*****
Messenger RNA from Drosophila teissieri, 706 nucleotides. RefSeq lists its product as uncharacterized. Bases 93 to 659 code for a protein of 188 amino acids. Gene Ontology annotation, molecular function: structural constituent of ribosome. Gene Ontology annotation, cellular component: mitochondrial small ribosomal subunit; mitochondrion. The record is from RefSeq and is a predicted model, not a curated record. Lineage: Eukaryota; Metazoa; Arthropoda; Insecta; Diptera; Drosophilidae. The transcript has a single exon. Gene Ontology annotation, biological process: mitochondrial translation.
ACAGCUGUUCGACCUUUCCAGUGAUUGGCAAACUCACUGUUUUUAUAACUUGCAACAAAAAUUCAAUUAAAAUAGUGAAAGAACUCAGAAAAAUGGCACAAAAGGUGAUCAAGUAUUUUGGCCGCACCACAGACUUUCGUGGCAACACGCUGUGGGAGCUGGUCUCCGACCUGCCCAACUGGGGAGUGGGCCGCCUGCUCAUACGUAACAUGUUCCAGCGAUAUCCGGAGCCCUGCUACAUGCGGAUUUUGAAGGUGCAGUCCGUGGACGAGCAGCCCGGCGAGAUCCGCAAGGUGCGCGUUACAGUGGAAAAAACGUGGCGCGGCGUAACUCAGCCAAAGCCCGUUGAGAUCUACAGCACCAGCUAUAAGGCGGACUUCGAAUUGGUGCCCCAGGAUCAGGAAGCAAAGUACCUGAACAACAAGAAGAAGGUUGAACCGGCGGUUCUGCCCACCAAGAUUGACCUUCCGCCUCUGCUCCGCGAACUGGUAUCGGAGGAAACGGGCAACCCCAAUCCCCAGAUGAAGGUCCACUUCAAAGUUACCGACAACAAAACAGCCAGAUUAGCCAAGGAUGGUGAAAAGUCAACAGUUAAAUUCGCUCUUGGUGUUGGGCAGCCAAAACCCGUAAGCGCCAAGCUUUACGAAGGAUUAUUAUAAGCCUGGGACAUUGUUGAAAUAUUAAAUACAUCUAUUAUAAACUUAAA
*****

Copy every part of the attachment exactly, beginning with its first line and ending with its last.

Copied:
Messenger RNA from Drosophila teissieri, 706 nucleotides. RefSeq lists its product as uncharacterized. Bases 93 to 659 code for a protein of 188 amino acids. Gene Ontology annotation, molecular function: structural constituent of ribosome. Gene Ontology annotation, cellular component: mitochondrial small ribosomal subunit; mitochondrion. The record is from RefSeq and is a predicted model, not a curated record. Lineage: Eukaryota; Metazoa; Arthropoda; Insecta; Diptera; Drosophilidae. The transcript has a single exon. Gene Ontology annotation, biological process: mitochondrial translation.
ACAGCUGUUCGACCUUUCCAGUGAUUGGCAAACUCACUGUUUUUAUAACUUGCAACAAAAAUUCAAUUAAAAUAGUGAAAGAACUCAGAAAAAUGGCACAAAAGGUGAUCAAGUAUUUUGGCCGCACCACAGACUUUCGUGGCAACACGCUGUGGGAGCUGGUCUCCGACCUGCCCAACUGGGGAGUGGGCCGCCUGCUCAUACGUAACAUGUUCCAGCGAUAUCCGGAGCCCUGCUACAUGCGGAUUUUGAAGGUGCAGUCCGUGGACGAGCAGCCCGGCGAGAUCCGCAAGGUGCGCGUUACAGUGGAAAAAACGUGGCGCGGCGUAACUCAGCCAAAGCCCGUUGAGAUCUACAGCACCAGCUAUAAGGCGGACUUCGAAUUGGUGCCCCAGGAUCAGGAAGCAAAGUACCUGAACAACAAGAAGAAGGUUGAACCGGCGGUUCUGCCCACCAAGAUUGACCUUCCGCCUCUGCUCCGCGAACUGGUAUCGGAGGAAACGGGCAACCCCAAUCCCCAGAUGAAGGUCCACUUCAAAGUUACCGACAACAAAACAGCCAGAUUAGCCAAGGAUGGUGAAAAGUCAACAGUUAAAUUCGCUCUUGGUGUUGGGCAGCCAAAACCCGUAAGCGCCAAGCUUUACGAAGGAUUAUUAUAAGCCUGGGACAUUGUUGAAAUAUUAAAUACAUCUAUUAUAAACUUAAA